Back in high school, Geography was one of my favourite subjects. I would pore over maps for hours, visualising intrepid journeys through terrains made familiar from textbooks. I was puzzled that with no significant physical barriers between us and our giant southern neighbour Brazil, there were yet no infrastructural linkages. But then again, I reminded myself, the best we could do to cross the Demerara River (at that time) to our capital city was a solitary, invariably late, ferry.
We don’t have to belong to the school of development that proposes “Geography is destiny”, to appreciate that it does have an influence. But our experience suggests that history might be a better predictor. Our eyes remained steadfastly fixed in a northern direction and our feet just as firmly planted in the Caribbean – more specifically, the former British Caribbean, because of our shared colonial heritage. The linkages with Brazil and our other South American neighbours still haven’t materialised.
But distance does force one to acquire new perspectives. Living in the US for decades after high school, I was hard pressed to explain to my American friends and colleagues why I would never acknowledge that I was “South American”. So I began to wonder anew, “what if?” and to explore the possibilities.
When ROAR was launched as a political party in 2000, a key component of our “Blueprint” was a section on “The Southern Connection”. We defined Brazil (and by extension the rest of South America) as the “hinterland” we would service, and we becoming their gateway to the northern Atlantic. We proposed the Rupununi be the hub of our development drive. Not too incidentally, we suggested that that might just lessen the now reflexive ethnic polarised politics of the coastland.
We recognised that to service that hinterland, however, the key hurdle to be overcome was transportation barriers. And lucky for us, we learnt by then that the Brazilians were even more anxious than us for that outlet to the Atlantic. After massive spending to develop their backward northern states, routing goods East via rivers, just wiped out a good chunk of their profits and left the north still lagging.
But we weren’t the only ones who saw merit in developing our Southern Connection. One reason I support the Committee system in our Parliament is that it offers a more collegial atmosphere for members of opposing parties to exchange views away from the structured posturing in the “debating chambers”. Then PPP parliamentarian Donald Ramotar was my most vociferous critic in public, but I remember after one Economic Services Committee meeting he spoke eloquently and feelingly to me about “what could be” if our interior was opened up.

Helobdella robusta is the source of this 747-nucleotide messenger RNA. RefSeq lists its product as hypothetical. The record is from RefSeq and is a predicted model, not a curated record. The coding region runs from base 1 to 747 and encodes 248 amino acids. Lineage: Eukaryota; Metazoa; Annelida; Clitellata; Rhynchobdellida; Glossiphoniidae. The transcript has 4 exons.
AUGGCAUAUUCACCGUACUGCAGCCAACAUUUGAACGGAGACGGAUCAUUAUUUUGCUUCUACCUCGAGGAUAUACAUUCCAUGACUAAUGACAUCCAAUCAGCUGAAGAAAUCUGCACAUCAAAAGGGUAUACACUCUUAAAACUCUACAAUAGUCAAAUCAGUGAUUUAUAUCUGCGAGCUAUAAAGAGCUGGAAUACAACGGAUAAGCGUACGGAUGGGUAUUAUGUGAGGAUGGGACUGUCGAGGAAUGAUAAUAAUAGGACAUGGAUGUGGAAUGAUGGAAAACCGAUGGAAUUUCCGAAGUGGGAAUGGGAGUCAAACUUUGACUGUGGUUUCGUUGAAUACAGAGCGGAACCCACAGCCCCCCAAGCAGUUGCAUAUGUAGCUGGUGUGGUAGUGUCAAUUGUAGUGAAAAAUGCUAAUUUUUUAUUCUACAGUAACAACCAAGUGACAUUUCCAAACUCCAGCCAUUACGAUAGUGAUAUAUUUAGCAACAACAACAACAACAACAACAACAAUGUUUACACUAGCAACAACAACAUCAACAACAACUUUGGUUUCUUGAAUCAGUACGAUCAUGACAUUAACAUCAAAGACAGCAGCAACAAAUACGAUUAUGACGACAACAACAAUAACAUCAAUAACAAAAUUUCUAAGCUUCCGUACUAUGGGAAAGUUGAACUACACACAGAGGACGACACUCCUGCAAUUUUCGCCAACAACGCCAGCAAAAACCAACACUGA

The 2006 ROAR coalition with the Guyana Action Party (GAP) offered me the opportunity to visit the Rupununi and Brazil with a consummate insider of both sides on the border: Paul Hardy, leader of GAP. Paul had lived in Brazil for some forty years and become and established businessman there. I discovered that the lines I had seen as dividing the two countries did not exist for Guyanese in the Rupununi: for them, the map was not the territory. They crossed the Takutu as easily as I crossed the Boeraserie into Essequibo – that is, with nary a thought. They spoke Portuguese as well as English – the latter, incidentally, better than most coastlanders.
Visiting Roraima State and meeting with the Governor and other officials, courtesy of Paul Hardy, brought home their goodwill towards Guyana and their strong desire for fostering linkages with Guyana. They assured us that the same sentiments were shared at the Federal level. I was blown away by their world class city in the Amazon – Manaus. I saw what were formerly “possibilities” had become reality.
Just a few months after we had launched ROAR’s blueprint in 2000, UNASUR, the 12-member “Union of the South” had launched the “Initiative for the Integration of the Regional Infrastructure of South America (IIRSA)”. This was “a development plan to link South America’s economies through new transportation, energy, and telecommunications projects… expected to integrate highway networks, river ways, hydroelectric dams and telecommunications links throughout the continent—particularly in remote, isolated regions—to allow greater trade and create a South American community of nations.”
The Takutu Bridge, which was under construction in 2006 when I visited, was opened in 2008, and was part of the IIRSA along with the deep-water harbour on our coast along with a hydro-electric plant. But an unexplained lull fell over the latter projects even though then President Lula recommitted his country to their completion. Last week, the technical teams evaluating these projects submitted their reports to their respective Presidents.
We hope now that MP Donald Ramotar has become “President Donald Ramotar”, he will move expeditiously to make his dream for a developed Guyana become reality.
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